By Jeff Tollefson
Early humans in eastern Africa crafted advanced tools and displayed other complex behaviours tens of thousands of years earlier than previously thought, according to a trio of papers published on 15 March in Science1,2,3. Those advances coincided with — and may have been driven by — major climate and landscape changes.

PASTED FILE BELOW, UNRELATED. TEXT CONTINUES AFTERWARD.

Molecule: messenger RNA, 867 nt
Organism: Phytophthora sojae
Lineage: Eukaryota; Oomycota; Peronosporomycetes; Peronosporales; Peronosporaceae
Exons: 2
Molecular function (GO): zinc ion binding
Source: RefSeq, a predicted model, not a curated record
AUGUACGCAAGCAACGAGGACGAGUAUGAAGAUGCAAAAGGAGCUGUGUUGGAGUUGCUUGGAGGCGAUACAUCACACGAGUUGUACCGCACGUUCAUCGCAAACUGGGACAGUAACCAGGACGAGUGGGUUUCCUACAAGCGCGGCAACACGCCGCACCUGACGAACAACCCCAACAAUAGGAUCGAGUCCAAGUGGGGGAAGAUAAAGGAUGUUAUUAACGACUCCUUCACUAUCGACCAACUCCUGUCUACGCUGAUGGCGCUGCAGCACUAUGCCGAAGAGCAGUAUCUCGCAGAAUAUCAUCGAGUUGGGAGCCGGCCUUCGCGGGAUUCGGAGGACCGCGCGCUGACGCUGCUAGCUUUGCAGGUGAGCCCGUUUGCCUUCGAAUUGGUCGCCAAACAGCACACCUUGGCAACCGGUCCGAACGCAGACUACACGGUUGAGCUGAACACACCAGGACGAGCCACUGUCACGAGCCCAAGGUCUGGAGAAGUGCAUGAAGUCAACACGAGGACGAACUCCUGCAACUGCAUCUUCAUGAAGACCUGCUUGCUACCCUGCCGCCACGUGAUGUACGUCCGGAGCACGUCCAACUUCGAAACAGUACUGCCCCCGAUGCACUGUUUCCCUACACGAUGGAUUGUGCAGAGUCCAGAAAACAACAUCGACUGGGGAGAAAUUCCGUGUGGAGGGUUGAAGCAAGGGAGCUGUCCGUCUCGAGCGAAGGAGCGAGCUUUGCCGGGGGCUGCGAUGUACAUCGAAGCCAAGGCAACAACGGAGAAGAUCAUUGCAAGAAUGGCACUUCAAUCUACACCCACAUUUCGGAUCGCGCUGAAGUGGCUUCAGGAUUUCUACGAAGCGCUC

The latest evidence comes from the Olorgesailie Basin in Southern Kenya, where researchers have previously found traces of ancient relatives of modern human as far back as 1.2 million years ago. Evidence collected at sites in the basin suggests that early humans underwent a series of profound changes at some point before roughly 320,000 years ago. They abandoned simple hand axes in favour of smaller and more advanced blades made from obsidian and other materials obtained from distant sources. That shift suggests the early people living there had developed a trade network — evidence of growing sophistication in behaviour. The researchers also found gouges on black and red rocks and minerals, which indicate that early Olorgesailie residents used those materials to create pigments and possibly communicate ideas.
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